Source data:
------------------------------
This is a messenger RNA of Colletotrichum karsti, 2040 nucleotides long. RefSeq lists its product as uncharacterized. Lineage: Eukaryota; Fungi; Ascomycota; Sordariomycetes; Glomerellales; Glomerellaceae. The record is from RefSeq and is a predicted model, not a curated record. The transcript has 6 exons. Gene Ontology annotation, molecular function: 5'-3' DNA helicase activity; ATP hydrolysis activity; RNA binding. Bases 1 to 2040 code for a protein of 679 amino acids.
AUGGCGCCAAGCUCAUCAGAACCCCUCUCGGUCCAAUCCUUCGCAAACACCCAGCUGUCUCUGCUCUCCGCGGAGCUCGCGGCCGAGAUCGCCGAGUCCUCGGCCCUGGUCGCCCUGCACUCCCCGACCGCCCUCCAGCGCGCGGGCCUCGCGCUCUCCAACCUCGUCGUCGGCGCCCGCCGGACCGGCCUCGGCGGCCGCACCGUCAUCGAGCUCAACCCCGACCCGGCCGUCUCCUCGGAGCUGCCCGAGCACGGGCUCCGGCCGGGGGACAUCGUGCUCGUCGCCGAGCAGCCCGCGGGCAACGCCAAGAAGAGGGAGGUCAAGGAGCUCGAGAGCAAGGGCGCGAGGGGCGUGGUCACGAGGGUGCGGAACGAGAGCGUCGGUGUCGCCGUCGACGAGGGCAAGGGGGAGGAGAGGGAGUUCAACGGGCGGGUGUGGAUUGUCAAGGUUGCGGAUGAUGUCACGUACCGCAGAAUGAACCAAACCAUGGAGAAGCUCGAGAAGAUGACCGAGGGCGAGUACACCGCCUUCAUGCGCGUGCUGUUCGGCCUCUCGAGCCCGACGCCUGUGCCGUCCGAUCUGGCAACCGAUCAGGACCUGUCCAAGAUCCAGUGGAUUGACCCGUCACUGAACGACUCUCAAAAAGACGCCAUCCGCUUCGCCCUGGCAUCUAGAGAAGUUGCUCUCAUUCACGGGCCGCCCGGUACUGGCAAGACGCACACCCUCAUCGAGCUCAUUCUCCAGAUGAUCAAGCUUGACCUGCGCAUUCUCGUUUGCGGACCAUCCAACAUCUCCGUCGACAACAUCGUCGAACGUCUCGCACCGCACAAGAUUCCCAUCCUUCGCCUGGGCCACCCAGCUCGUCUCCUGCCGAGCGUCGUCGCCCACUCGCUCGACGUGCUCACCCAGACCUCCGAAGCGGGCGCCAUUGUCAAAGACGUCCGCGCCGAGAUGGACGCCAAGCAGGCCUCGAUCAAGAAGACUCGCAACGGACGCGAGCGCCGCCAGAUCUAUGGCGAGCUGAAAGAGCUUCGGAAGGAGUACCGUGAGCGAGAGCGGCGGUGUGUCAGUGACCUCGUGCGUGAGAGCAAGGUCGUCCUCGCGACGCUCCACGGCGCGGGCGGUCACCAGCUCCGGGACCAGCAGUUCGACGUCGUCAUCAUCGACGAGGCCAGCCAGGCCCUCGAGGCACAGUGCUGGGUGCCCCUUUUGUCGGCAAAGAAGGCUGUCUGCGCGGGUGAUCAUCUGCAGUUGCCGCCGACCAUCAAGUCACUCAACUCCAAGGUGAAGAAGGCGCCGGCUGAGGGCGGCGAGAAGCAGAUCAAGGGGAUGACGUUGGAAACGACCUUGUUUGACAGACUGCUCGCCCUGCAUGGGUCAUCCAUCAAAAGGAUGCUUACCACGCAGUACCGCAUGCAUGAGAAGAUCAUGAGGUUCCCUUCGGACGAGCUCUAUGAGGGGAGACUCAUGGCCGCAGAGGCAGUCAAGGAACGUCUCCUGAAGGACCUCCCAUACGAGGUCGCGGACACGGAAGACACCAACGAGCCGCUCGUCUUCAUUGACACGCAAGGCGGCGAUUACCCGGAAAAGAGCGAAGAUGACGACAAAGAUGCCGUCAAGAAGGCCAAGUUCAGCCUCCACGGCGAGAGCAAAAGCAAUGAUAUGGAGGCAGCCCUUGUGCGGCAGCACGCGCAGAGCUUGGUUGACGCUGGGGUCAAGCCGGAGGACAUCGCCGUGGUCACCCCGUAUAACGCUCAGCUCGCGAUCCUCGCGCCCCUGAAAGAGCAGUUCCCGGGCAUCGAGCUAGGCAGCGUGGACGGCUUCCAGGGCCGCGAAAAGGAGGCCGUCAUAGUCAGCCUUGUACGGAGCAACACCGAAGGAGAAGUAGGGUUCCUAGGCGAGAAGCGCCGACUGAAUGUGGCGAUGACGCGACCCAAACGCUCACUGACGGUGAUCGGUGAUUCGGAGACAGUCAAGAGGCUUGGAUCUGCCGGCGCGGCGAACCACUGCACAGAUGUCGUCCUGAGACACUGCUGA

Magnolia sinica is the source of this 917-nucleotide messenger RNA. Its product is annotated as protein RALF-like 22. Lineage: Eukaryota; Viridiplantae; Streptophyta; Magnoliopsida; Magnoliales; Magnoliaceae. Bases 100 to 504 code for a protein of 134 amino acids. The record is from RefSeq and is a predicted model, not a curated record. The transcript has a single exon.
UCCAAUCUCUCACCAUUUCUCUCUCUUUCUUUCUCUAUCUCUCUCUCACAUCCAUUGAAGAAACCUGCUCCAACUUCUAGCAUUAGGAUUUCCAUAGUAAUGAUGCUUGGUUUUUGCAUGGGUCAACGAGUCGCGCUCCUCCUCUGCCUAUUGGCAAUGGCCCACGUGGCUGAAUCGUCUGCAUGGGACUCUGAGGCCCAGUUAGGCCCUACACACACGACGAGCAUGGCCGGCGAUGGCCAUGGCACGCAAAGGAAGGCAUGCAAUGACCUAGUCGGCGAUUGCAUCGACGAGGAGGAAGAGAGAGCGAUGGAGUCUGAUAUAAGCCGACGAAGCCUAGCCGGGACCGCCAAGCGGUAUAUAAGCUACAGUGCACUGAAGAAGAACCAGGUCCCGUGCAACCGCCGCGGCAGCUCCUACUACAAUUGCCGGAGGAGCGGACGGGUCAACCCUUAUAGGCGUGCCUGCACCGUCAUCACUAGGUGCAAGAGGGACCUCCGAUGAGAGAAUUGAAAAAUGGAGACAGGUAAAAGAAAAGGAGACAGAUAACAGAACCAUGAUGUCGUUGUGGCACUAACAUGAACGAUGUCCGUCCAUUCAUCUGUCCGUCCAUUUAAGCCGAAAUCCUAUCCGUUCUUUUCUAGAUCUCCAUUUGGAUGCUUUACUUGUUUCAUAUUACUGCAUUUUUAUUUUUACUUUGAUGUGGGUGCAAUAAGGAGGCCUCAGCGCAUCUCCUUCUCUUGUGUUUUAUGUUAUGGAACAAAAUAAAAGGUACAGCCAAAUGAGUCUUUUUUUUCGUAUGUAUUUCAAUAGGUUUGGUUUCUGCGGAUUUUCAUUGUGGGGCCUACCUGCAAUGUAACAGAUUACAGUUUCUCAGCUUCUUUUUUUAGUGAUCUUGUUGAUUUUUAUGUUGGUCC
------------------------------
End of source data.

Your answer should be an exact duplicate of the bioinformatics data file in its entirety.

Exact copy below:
This is a messenger RNA of Colletotrichum karsti, 2040 nucleotides long. RefSeq lists its product as uncharacterized. Lineage: Eukaryota; Fungi; Ascomycota; Sordariomycetes; Glomerellales; Glomerellaceae. The record is from RefSeq and is a predicted model, not a curated record. The transcript has 6 exons. Gene Ontology annotation, molecular function: 5'-3' DNA helicase activity; ATP hydrolysis activity; RNA binding. Bases 1 to 2040 code for a protein of 679 amino acids.
AUGGCGCCAAGCUCAUCAGAACCCCUCUCGGUCCAAUCCUUCGCAAACACCCAGCUGUCUCUGCUCUCCGCGGAGCUCGCGGCCGAGAUCGCCGAGUCCUCGGCCCUGGUCGCCCUGCACUCCCCGACCGCCCUCCAGCGCGCGGGCCUCGCGCUCUCCAACCUCGUCGUCGGCGCCCGCCGGACCGGCCUCGGCGGCCGCACCGUCAUCGAGCUCAACCCCGACCCGGCCGUCUCCUCGGAGCUGCCCGAGCACGGGCUCCGGCCGGGGGACAUCGUGCUCGUCGCCGAGCAGCCCGCGGGCAACGCCAAGAAGAGGGAGGUCAAGGAGCUCGAGAGCAAGGGCGCGAGGGGCGUGGUCACGAGGGUGCGGAACGAGAGCGUCGGUGUCGCCGUCGACGAGGGCAAGGGGGAGGAGAGGGAGUUCAACGGGCGGGUGUGGAUUGUCAAGGUUGCGGAUGAUGUCACGUACCGCAGAAUGAACCAAACCAUGGAGAAGCUCGAGAAGAUGACCGAGGGCGAGUACACCGCCUUCAUGCGCGUGCUGUUCGGCCUCUCGAGCCCGACGCCUGUGCCGUCCGAUCUGGCAACCGAUCAGGACCUGUCCAAGAUCCAGUGGAUUGACCCGUCACUGAACGACUCUCAAAAAGACGCCAUCCGCUUCGCCCUGGCAUCUAGAGAAGUUGCUCUCAUUCACGGGCCGCCCGGUACUGGCAAGACGCACACCCUCAUCGAGCUCAUUCUCCAGAUGAUCAAGCUUGACCUGCGCAUUCUCGUUUGCGGACCAUCCAACAUCUCCGUCGACAACAUCGUCGAACGUCUCGCACCGCACAAGAUUCCCAUCCUUCGCCUGGGCCACCCAGCUCGUCUCCUGCCGAGCGUCGUCGCCCACUCGCUCGACGUGCUCACCCAGACCUCCGAAGCGGGCGCCAUUGUCAAAGACGUCCGCGCCGAGAUGGACGCCAAGCAGGCCUCGAUCAAGAAGACUCGCAACGGACGCGAGCGCCGCCAGAUCUAUGGCGAGCUGAAAGAGCUUCGGAAGGAGUACCGUGAGCGAGAGCGGCGGUGUGUCAGUGACCUCGUGCGUGAGAGCAAGGUCGUCCUCGCGACGCUCCACGGCGCGGGCGGUCACCAGCUCCGGGACCAGCAGUUCGACGUCGUCAUCAUCGACGAGGCCAGCCAGGCCCUCGAGGCACAGUGCUGGGUGCCCCUUUUGUCGGCAAAGAAGGCUGUCUGCGCGGGUGAUCAUCUGCAGUUGCCGCCGACCAUCAAGUCACUCAACUCCAAGGUGAAGAAGGCGCCGGCUGAGGGCGGCGAGAAGCAGAUCAAGGGGAUGACGUUGGAAACGACCUUGUUUGACAGACUGCUCGCCCUGCAUGGGUCAUCCAUCAAAAGGAUGCUUACCACGCAGUACCGCAUGCAUGAGAAGAUCAUGAGGUUCCCUUCGGACGAGCUCUAUGAGGGGAGACUCAUGGCCGCAGAGGCAGUCAAGGAACGUCUCCUGAAGGACCUCCCAUACGAGGUCGCGGACACGGAAGACACCAACGAGCCGCUCGUCUUCAUUGACACGCAAGGCGGCGAUUACCCGGAAAAGAGCGAAGAUGACGACAAAGAUGCCGUCAAGAAGGCCAAGUUCAGCCUCCACGGCGAGAGCAAAAGCAAUGAUAUGGAGGCAGCCCUUGUGCGGCAGCACGCGCAGAGCUUGGUUGACGCUGGGGUCAAGCCGGAGGACAUCGCCGUGGUCACCCCGUAUAACGCUCAGCUCGCGAUCCUCGCGCCCCUGAAAGAGCAGUUCCCGGGCAUCGAGCUAGGCAGCGUGGACGGCUUCCAGGGCCGCGAAAAGGAGGCCGUCAUAGUCAGCCUUGUACGGAGCAACACCGAAGGAGAAGUAGGGUUCCUAGGCGAGAAGCGCCGACUGAAUGUGGCGAUGACGCGACCCAAACGCUCACUGACGGUGAUCGGUGAUUCGGAGACAGUCAAGAGGCUUGGAUCUGCCGGCGCGGCGAACCACUGCACAGAUGUCGUCCUGAGACACUGCUGA

Magnolia sinica is the source of this 917-nucleotide messenger RNA. Its product is annotated as protein RALF-like 22. Lineage: Eukaryota; Viridiplantae; Streptophyta; Magnoliopsida; Magnoliales; Magnoliaceae. Bases 100 to 504 code for a protein of 134 amino acids. The record is from RefSeq and is a predicted model, not a curated record. The transcript has a single exon.
UCCAAUCUCUCACCAUUUCUCUCUCUUUCUUUCUCUAUCUCUCUCUCACAUCCAUUGAAGAAACCUGCUCCAACUUCUAGCAUUAGGAUUUCCAUAGUAAUGAUGCUUGGUUUUUGCAUGGGUCAACGAGUCGCGCUCCUCCUCUGCCUAUUGGCAAUGGCCCACGUGGCUGAAUCGUCUGCAUGGGACUCUGAGGCCCAGUUAGGCCCUACACACACGACGAGCAUGGCCGGCGAUGGCCAUGGCACGCAAAGGAAGGCAUGCAAUGACCUAGUCGGCGAUUGCAUCGACGAGGAGGAAGAGAGAGCGAUGGAGUCUGAUAUAAGCCGACGAAGCCUAGCCGGGACCGCCAAGCGGUAUAUAAGCUACAGUGCACUGAAGAAGAACCAGGUCCCGUGCAACCGCCGCGGCAGCUCCUACUACAAUUGCCGGAGGAGCGGACGGGUCAACCCUUAUAGGCGUGCCUGCACCGUCAUCACUAGGUGCAAGAGGGACCUCCGAUGAGAGAAUUGAAAAAUGGAGACAGGUAAAAGAAAAGGAGACAGAUAACAGAACCAUGAUGUCGUUGUGGCACUAACAUGAACGAUGUCCGUCCAUUCAUCUGUCCGUCCAUUUAAGCCGAAAUCCUAUCCGUUCUUUUCUAGAUCUCCAUUUGGAUGCUUUACUUGUUUCAUAUUACUGCAUUUUUAUUUUUACUUUGAUGUGGGUGCAAUAAGGAGGCCUCAGCGCAUCUCCUUCUCUUGUGUUUUAUGUUAUGGAACAAAAUAAAAGGUACAGCCAAAUGAGUCUUUUUUUUCGUAUGUAUUUCAAUAGGUUUGGUUUCUGCGGAUUUUCAUUGUGGGGCCUACCUGCAAUGUAACAGAUUACAGUUUCUCAGCUUCUUUUUUUAGUGAUCUUGUUGAUUUUUAUGUUGGUCC